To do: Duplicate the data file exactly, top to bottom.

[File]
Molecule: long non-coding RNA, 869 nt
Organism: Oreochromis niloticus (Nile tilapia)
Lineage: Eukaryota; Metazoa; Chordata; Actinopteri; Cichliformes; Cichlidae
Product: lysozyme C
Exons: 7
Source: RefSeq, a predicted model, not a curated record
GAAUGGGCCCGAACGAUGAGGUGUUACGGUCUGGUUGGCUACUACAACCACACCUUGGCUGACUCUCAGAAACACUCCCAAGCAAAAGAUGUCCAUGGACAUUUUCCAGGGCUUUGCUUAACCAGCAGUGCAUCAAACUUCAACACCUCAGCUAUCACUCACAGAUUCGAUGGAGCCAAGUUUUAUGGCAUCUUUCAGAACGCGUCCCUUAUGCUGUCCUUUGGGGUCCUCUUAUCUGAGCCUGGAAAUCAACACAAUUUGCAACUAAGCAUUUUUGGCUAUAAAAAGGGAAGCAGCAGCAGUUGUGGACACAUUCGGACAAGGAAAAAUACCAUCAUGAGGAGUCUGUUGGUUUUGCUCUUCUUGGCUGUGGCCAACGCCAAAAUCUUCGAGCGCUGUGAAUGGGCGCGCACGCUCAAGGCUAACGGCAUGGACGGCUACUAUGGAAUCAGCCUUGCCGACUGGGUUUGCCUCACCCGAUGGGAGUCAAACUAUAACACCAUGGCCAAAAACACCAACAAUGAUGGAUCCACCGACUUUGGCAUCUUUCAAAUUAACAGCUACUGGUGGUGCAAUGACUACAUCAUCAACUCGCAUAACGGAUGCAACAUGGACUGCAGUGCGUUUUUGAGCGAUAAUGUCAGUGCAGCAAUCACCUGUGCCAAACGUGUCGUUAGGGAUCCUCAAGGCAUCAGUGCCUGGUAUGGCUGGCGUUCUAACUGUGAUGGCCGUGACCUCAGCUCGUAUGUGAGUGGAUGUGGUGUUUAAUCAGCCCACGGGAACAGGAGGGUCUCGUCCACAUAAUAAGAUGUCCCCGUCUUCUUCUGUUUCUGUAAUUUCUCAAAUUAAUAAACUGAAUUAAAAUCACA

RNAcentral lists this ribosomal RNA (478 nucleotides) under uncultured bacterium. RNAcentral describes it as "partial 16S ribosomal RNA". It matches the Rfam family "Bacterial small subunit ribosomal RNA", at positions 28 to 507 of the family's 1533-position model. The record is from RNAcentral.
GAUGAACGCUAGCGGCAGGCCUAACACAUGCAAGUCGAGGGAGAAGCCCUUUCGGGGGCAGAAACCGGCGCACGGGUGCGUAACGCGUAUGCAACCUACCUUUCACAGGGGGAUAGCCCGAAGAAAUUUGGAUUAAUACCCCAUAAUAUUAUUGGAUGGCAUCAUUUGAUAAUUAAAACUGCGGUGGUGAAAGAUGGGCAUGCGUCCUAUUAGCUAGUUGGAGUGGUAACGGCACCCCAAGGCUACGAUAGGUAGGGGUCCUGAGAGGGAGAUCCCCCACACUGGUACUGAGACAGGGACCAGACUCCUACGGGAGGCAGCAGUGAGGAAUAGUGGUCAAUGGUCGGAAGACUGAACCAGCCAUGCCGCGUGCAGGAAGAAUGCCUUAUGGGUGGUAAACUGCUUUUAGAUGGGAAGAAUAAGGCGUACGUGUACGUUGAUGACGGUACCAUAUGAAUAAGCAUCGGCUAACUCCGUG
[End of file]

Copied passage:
Molecule: long non-coding RNA, 869 nt
Organism: Oreochromis niloticus (Nile tilapia)
Lineage: Eukaryota; Metazoa; Chordata; Actinopteri; Cichliformes; Cichlidae
Product: lysozyme C
Exons: 7
Source: RefSeq, a predicted model, not a curated record
GAAUGGGCCCGAACGAUGAGGUGUUACGGUCUGGUUGGCUACUACAACCACACCUUGGCUGACUCUCAGAAACACUCCCAAGCAAAAGAUGUCCAUGGACAUUUUCCAGGGCUUUGCUUAACCAGCAGUGCAUCAAACUUCAACACCUCAGCUAUCACUCACAGAUUCGAUGGAGCCAAGUUUUAUGGCAUCUUUCAGAACGCGUCCCUUAUGCUGUCCUUUGGGGUCCUCUUAUCUGAGCCUGGAAAUCAACACAAUUUGCAACUAAGCAUUUUUGGCUAUAAAAAGGGAAGCAGCAGCAGUUGUGGACACAUUCGGACAAGGAAAAAUACCAUCAUGAGGAGUCUGUUGGUUUUGCUCUUCUUGGCUGUGGCCAACGCCAAAAUCUUCGAGCGCUGUGAAUGGGCGCGCACGCUCAAGGCUAACGGCAUGGACGGCUACUAUGGAAUCAGCCUUGCCGACUGGGUUUGCCUCACCCGAUGGGAGUCAAACUAUAACACCAUGGCCAAAAACACCAACAAUGAUGGAUCCACCGACUUUGGCAUCUUUCAAAUUAACAGCUACUGGUGGUGCAAUGACUACAUCAUCAACUCGCAUAACGGAUGCAACAUGGACUGCAGUGCGUUUUUGAGCGAUAAUGUCAGUGCAGCAAUCACCUGUGCCAAACGUGUCGUUAGGGAUCCUCAAGGCAUCAGUGCCUGGUAUGGCUGGCGUUCUAACUGUGAUGGCCGUGACCUCAGCUCGUAUGUGAGUGGAUGUGGUGUUUAAUCAGCCCACGGGAACAGGAGGGUCUCGUCCACAUAAUAAGAUGUCCCCGUCUUCUUCUGUUUCUGUAAUUUCUCAAAUUAAUAAACUGAAUUAAAAUCACA

RNAcentral lists this ribosomal RNA (478 nucleotides) under uncultured bacterium. RNAcentral describes it as "partial 16S ribosomal RNA". It matches the Rfam family "Bacterial small subunit ribosomal RNA", at positions 28 to 507 of the family's 1533-position model. The record is from RNAcentral.
GAUGAACGCUAGCGGCAGGCCUAACACAUGCAAGUCGAGGGAGAAGCCCUUUCGGGGGCAGAAACCGGCGCACGGGUGCGUAACGCGUAUGCAACCUACCUUUCACAGGGGGAUAGCCCGAAGAAAUUUGGAUUAAUACCCCAUAAUAUUAUUGGAUGGCAUCAUUUGAUAAUUAAAACUGCGGUGGUGAAAGAUGGGCAUGCGUCCUAUUAGCUAGUUGGAGUGGUAACGGCACCCCAAGGCUACGAUAGGUAGGGGUCCUGAGAGGGAGAUCCCCCACACUGGUACUGAGACAGGGACCAGACUCCUACGGGAGGCAGCAGUGAGGAAUAGUGGUCAAUGGUCGGAAGACUGAACCAGCCAUGCCGCGUGCAGGAAGAAUGCCUUAUGGGUGGUAAACUGCUUUUAGAUGGGAAGAAUAAGGCGUACGUGUACGUUGAUGACGGUACCAUAUGAAUAAGCAUCGGCUAACUCCGUG